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Opening of the Kokoda Track Memorial Walk, Kokoda Barracks, Canungra QLD


Good afternoon.

I respectfully acknowledge the people of the Yugambeh language region, the traditional owners of the land on which we meet, and pay my respect to their elders past and present, and all Aboriginal and Torres Strait Islander Peoples here today.

What a delight it has been for Linda and me to be at Canungra today and to participate in events marking the 80th anniversary of the Battle of Kokoda.

It has been an important opportunity to pause, remember and honour the efforts of Australian soldiers in New Guinea in World War 2.

The Kokoda Track Memorial Walk adds to the continued link of facilities within Kokoda Barracks being named after significant events or people from the campaign.

The Memorial Walk will be a prominent reminder of the deeds and service of our forebears, of the example they set and the legacy they passed on.

What a wonderful moment it will be shortly when we accompany Kokoda veteran Mr George Turner on the first official walk.

In my Anzac Day address this year I spoke of how, on that day particularly, Australians are drawn to war memorials and monuments. On most other days of the year, many Australians may simply walk by them and not think any more about them.

We shouldn’t. We should reflect and remember on what our memorials and monuments signify. The myriad stories they memorialise and the significance of service on those individuals, their families and our community.

This walkway will be a place to reflect on the losses that were experienced in the Kokoda campaign and to better comprehend the heroic deeds, the sacrifice and the importance of the ultimate victory.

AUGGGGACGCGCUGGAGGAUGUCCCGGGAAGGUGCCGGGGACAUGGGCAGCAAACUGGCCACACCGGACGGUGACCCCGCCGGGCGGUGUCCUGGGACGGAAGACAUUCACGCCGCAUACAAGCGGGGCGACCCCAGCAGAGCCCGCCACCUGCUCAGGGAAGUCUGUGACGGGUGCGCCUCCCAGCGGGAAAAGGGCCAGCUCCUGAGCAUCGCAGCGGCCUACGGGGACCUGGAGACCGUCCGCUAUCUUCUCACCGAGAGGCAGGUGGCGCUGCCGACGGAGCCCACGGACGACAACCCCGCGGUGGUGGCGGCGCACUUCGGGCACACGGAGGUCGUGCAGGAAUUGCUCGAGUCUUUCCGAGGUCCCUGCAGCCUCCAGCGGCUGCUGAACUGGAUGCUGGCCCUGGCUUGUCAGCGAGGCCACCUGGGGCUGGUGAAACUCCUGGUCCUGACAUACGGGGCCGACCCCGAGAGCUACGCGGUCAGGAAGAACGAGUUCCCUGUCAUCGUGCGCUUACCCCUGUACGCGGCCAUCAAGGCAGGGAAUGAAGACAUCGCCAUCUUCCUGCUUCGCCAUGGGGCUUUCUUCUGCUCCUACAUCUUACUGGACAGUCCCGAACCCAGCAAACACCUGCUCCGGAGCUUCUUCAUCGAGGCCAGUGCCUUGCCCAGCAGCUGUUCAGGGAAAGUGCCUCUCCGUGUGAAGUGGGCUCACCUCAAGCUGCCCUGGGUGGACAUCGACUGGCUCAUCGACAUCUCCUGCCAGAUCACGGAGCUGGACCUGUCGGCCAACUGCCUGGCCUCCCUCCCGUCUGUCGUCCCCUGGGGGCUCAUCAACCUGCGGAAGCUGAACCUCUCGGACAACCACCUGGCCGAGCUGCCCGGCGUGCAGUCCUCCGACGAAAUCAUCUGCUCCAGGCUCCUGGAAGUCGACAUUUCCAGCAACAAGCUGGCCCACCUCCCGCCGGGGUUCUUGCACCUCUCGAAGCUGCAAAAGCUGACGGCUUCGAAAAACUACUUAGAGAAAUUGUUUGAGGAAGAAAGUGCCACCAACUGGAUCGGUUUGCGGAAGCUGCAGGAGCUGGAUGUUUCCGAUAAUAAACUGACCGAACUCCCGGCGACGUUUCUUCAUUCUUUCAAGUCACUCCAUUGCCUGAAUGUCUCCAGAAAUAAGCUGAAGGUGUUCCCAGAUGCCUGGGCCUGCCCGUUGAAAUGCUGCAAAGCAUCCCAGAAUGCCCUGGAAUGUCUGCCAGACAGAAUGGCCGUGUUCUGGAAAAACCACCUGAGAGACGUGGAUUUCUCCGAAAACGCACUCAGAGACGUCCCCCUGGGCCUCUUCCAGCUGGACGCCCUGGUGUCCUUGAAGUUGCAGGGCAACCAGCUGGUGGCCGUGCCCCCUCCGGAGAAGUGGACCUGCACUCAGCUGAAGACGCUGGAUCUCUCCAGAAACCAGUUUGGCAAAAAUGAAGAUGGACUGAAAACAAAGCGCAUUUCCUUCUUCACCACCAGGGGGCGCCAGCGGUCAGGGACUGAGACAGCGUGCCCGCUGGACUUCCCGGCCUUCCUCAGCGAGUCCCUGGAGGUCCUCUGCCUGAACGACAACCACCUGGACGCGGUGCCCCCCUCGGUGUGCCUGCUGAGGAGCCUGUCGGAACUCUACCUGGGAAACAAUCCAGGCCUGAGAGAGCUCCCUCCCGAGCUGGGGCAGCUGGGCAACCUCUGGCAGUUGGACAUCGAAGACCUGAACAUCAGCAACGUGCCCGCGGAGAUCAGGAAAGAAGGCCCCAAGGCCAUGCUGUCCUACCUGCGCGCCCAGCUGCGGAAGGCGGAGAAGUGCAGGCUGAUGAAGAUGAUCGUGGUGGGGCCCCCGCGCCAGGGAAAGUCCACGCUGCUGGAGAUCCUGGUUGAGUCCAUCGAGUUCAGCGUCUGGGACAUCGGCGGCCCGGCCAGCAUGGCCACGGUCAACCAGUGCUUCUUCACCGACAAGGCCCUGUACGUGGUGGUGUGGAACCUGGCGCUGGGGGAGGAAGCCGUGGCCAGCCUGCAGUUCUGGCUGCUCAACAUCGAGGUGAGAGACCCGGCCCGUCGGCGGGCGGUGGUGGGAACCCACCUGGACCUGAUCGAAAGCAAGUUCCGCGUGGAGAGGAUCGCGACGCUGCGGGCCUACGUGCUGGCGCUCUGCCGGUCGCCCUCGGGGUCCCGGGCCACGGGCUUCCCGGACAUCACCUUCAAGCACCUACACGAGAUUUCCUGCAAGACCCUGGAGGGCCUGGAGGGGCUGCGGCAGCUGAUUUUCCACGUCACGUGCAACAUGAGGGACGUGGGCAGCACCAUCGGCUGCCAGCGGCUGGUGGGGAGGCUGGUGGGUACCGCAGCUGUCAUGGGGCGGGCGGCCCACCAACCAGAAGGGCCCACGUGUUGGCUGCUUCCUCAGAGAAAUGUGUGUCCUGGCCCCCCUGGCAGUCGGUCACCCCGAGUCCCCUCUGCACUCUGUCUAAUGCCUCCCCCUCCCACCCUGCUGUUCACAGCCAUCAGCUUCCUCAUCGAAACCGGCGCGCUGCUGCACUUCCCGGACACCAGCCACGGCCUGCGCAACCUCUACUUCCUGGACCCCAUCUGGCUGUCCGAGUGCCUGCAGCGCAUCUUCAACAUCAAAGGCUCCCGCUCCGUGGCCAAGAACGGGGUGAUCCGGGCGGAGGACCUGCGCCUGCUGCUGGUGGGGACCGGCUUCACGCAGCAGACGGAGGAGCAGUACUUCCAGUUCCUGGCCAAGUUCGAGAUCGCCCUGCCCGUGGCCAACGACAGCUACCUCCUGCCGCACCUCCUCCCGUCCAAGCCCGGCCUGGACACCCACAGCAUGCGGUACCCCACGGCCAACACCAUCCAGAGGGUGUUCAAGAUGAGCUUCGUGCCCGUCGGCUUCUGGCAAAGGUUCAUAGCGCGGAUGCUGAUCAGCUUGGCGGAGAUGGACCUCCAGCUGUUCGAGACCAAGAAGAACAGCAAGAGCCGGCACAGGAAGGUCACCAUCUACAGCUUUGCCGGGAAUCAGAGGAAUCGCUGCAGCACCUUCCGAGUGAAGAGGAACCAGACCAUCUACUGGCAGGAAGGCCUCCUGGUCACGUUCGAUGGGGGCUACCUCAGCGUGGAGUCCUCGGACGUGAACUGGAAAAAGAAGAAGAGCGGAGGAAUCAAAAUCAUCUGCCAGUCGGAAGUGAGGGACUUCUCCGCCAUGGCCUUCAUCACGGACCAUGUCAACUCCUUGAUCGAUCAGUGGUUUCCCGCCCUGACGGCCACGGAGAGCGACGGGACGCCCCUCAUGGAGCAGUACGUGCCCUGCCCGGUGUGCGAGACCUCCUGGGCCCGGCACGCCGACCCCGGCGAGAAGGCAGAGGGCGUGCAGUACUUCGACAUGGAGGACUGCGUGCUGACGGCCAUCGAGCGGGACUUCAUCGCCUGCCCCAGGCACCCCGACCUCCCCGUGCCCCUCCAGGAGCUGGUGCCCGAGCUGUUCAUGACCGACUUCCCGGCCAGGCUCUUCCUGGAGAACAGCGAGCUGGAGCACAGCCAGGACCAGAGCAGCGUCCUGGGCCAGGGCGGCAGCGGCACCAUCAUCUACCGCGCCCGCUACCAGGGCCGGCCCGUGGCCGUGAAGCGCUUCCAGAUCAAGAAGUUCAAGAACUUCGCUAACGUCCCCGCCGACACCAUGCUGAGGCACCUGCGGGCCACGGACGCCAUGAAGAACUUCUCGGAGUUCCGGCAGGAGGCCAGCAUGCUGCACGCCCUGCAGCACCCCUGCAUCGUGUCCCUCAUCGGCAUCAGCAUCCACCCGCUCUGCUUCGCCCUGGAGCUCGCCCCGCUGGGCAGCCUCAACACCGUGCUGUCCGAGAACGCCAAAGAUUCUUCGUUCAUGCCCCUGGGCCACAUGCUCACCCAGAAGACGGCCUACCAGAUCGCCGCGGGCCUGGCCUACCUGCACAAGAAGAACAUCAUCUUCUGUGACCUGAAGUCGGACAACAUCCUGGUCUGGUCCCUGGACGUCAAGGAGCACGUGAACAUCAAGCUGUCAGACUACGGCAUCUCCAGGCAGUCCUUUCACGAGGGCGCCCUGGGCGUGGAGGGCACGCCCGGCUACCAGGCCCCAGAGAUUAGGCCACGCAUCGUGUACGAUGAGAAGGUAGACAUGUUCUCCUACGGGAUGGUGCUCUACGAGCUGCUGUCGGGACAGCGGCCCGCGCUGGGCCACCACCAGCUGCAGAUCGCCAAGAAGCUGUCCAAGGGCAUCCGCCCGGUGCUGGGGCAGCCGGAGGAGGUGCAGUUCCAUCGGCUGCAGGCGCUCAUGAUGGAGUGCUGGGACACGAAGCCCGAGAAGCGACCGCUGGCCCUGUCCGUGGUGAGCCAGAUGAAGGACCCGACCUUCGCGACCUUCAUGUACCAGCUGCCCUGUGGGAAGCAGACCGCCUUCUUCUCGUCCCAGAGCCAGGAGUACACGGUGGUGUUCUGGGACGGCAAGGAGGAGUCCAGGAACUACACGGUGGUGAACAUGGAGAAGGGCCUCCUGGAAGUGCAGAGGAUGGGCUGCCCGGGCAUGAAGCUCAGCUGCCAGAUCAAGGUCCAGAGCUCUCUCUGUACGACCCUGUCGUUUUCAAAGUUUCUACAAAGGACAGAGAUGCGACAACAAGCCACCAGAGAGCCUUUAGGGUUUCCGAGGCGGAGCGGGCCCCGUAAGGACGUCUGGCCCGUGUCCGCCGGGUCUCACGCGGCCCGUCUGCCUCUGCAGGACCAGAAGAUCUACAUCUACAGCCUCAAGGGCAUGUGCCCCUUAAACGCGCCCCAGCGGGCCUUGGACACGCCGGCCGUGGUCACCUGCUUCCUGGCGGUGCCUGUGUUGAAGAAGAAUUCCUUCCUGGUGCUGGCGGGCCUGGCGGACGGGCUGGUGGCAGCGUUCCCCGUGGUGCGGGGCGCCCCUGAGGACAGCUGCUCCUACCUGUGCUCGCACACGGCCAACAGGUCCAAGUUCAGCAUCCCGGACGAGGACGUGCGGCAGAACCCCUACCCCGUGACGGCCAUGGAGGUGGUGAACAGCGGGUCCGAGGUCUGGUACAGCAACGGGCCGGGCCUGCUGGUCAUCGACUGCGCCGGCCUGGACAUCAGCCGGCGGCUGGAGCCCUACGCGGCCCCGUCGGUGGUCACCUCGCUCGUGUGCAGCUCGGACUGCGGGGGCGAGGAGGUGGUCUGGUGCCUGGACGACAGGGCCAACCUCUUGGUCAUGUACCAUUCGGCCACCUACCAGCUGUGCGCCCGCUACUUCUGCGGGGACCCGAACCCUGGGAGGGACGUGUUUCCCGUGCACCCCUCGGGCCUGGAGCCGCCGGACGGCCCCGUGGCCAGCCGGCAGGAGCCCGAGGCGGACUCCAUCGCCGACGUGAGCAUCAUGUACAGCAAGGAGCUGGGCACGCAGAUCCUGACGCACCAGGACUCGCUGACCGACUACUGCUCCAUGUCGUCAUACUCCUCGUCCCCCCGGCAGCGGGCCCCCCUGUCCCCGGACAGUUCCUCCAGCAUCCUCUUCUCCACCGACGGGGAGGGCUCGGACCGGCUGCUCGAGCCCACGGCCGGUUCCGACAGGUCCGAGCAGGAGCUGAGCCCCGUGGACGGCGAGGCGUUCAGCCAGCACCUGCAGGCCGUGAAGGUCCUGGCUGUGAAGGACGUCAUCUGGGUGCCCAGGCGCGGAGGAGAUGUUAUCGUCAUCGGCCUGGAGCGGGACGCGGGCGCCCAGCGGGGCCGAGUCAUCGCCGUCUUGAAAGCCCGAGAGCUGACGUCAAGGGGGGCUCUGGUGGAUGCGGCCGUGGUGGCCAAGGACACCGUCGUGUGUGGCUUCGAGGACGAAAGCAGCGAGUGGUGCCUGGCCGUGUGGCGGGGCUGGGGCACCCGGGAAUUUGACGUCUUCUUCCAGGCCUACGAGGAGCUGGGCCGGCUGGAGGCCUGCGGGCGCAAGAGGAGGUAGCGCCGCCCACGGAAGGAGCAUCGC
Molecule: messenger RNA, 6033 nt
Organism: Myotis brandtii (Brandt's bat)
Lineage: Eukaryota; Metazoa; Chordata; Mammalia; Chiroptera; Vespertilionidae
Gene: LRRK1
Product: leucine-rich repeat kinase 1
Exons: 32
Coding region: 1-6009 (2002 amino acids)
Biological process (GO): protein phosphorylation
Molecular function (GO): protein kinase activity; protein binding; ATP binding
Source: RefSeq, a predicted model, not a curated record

It will also serve as a bridge to understanding and appreciating the service of our modern veterans and men and women in uniform.

As I alluded to during my speech this morning at the 80th anniversary commemoration of the Battle of Kokoda, today’s service men and women carry forward the Anzac legacy – reflecting it and building upon it through their own service in the same way that their forebears at Kokoda did.

All Australians are proud of those who serve our nation.

This audience knows that the sacrifices of our service men and women are also the sacrifices of their families.

In remembering and honouring those that served in the Kokoda campaign we also acknowledge the impact of their service on families, friends and others left behind.

The Memorial Walk we’re opening today will be a place of reflection, learning and remembrance in honour of those who fought for Australia during World War 2.

In closing, I want to acknowledge the outstanding work of all involved in the Kokoda Track Memorial Walk – particularly Mr George Friend OAM who instigated the project and Colonel Ross Bastiaan AM (Retd) who designed and forged the story plaques on the plinths.

It is thanks to your collective passion and determination to preserve the memory of those who fought in the battles along the Kokoda Track that future generations will be able to learn about their sacrifices for our nation.

The Kokoda Track Memorial Walk is the very embodiment of ‘Lest we forget’.

It is with great pleasure that I now declare the Kokoda Track Memorial Walk officially open.